By: Rachel DePompa
Originally Published: March 1, 2021
(InvestigateTV) – John Crupi admits he likes to find a good deal, even when it comes to his indulgences, such as donuts and coffee. One way he saves on some of his habits is buying unused gift cards at a discount for places he likes to shop.
“I decided that if I could save roughly 12-15% on purchases that I’m making everyday, that sounds like a reasonable and good idea,” Crupi said.
Crupi found a company online re-selling other people’s unwanted gift cards.
Before the pandemic hit, he was going to Dunkin Donuts a lot so he bought about $265 in gift cards between September 2019 and January 2020 from a company called Cardpool.
He loaded the gift cards in his Dunkin Donuts app and spent some of the balance. When COVID hit, he stopped going. Then when he checked his balance in July, it said zero.
“When you look in hindsight, you feel like you were foolish. Roughly to save $35 on all these cards together, I lost about $226 dollars in the process,” Crupi said.
Crupi can laugh now, but he said he’s been trying to get his money back from Cardpool for months. He can track the purchases through the shop’s app. Crupi lives in Virginia, and the gift cards were used in four other states. Someone spent $51 at a Dunkin Donuts in New York and another $50 in South Carolina. There are multiple purchases in Maryland and Massachusetts.
“None of those I had been to for sure, especially during COVID times because we weren’t really traveling,” Crupi said.
Crupi showed InvestigateTV an email in which Cardpool said it was unable to approve a refund because it shows all balances were intact when delivered. The company told him to double check his records to make sure he didn’t use them.
In December, the Better Business Bureau sent out a warning about Cardpool after a rash of complaints. The organization received more than 2,100 in three years.
“Suddenly, there was, because of the holidays, a huge bump up in Cardpool complaints. So we just had to put that out to the nation. We researched it, offered them opportunities to fix it, didn’t get done. We informed the country,” said Barry Moore, with the Better Business Bureau.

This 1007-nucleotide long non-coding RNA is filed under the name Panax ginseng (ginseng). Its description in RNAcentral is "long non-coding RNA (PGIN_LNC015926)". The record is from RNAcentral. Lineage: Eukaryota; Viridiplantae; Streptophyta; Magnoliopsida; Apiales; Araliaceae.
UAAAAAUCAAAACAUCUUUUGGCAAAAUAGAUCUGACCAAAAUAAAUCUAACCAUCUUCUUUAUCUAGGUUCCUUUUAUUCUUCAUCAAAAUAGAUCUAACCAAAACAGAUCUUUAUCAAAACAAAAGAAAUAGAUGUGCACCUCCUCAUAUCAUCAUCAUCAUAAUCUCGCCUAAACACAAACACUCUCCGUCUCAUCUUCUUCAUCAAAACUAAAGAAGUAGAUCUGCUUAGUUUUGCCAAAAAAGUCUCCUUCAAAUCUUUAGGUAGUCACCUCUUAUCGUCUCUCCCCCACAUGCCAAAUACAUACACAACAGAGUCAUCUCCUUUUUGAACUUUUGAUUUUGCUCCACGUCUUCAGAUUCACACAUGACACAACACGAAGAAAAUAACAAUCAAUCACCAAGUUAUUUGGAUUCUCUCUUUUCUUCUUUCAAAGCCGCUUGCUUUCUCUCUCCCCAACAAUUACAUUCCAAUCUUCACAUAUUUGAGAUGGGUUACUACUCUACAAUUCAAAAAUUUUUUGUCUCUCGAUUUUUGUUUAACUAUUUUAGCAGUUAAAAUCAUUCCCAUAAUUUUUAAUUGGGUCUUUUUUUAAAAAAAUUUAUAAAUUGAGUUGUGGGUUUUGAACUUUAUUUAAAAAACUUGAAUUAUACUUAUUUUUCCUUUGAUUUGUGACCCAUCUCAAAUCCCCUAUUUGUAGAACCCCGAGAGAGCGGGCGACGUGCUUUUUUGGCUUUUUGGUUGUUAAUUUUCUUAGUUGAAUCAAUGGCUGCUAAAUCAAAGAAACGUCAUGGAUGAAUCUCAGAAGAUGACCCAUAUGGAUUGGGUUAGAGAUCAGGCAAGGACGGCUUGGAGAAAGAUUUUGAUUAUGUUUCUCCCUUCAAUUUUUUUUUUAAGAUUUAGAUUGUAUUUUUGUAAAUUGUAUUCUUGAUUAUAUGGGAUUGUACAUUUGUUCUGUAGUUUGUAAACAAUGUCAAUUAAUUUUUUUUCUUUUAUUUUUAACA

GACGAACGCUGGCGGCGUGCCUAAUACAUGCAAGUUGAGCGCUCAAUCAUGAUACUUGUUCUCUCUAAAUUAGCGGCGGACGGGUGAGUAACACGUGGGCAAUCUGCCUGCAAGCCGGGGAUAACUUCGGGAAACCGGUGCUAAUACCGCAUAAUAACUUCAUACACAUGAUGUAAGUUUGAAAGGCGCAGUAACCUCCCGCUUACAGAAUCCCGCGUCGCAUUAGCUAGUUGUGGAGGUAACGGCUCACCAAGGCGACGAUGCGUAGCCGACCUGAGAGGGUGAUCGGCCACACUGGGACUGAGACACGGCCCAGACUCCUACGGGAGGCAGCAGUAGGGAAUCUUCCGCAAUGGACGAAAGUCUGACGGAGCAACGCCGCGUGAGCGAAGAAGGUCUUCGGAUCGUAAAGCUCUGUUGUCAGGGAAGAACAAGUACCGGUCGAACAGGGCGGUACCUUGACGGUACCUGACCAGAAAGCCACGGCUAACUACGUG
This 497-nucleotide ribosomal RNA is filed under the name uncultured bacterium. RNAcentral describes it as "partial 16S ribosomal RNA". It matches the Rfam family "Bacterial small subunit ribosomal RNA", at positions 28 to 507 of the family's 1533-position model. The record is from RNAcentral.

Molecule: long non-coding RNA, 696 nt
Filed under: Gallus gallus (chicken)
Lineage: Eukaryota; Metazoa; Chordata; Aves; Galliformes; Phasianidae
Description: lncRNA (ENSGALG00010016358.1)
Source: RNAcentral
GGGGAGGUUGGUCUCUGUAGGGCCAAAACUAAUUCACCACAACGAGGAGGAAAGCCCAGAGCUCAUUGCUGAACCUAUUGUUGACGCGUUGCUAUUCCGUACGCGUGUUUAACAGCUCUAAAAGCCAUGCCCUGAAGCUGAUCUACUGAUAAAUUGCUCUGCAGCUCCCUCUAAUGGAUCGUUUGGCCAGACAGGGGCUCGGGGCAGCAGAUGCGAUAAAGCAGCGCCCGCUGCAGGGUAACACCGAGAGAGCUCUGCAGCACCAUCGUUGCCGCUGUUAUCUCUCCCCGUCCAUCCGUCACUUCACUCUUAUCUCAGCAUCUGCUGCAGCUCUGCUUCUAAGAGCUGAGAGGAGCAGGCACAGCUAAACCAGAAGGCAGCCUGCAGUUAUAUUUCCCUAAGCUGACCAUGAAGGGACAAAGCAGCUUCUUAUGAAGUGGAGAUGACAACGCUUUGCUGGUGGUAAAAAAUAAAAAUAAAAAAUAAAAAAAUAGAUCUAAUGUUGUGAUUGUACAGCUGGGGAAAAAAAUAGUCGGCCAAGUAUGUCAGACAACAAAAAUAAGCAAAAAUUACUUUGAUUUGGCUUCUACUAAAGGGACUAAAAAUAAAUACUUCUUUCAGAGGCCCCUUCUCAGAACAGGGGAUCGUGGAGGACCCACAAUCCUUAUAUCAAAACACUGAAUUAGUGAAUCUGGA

The complaints to the BBB came from 48 states and the District of Columbia.
For example, a man in New York wrote, “Bought a gift card from them. I didn’t use it for months due to the pandemic. But when i went to use it… it had a zero balance.”
When he said he called Best Buy, they told it him the gift card was used by someone in Delaware.
As InvestigateTV was looking into the complaints and the company, the company shut down, posting on its website: “Cardpool Is No Longer Buying or Selling Gift Cards. We tried our best to outlast the pandemic, but unfortunately, we couldn’t make it to the end.”
Cameron D’Ambrosi knows a lot about gift card transactions through his work with One World Identity, a strategy and research firm focused on digital identity. He has an idea for what may have happened.
“How fraudsters might likely be able to drain a gift card after you have it in your possession is before they sold it on this platform, they scratched off that scratcher piece and took down the secret code,” he said.
Most gift cards have a four-digit number hidden under a scratch off coating. With the secret pin and the string of identifying numbers from the front of the card, anyone can use it.
“Keep your wits about you. The old saying, if something is too good to be true, it probably is,” D’Ambrosi said. “There is really limited recourse that a consumer has in that case because of the fact that gift cards are not regulated like credit cards or like a prepaid debt card is.”
The bottom line: Gift cards are essentially like cash.
The Federal Trade Commission received nearly a 100,000 complaints about gift cards in 2020, reporting consumer losses of 124 million.
Some things to keep in mind:
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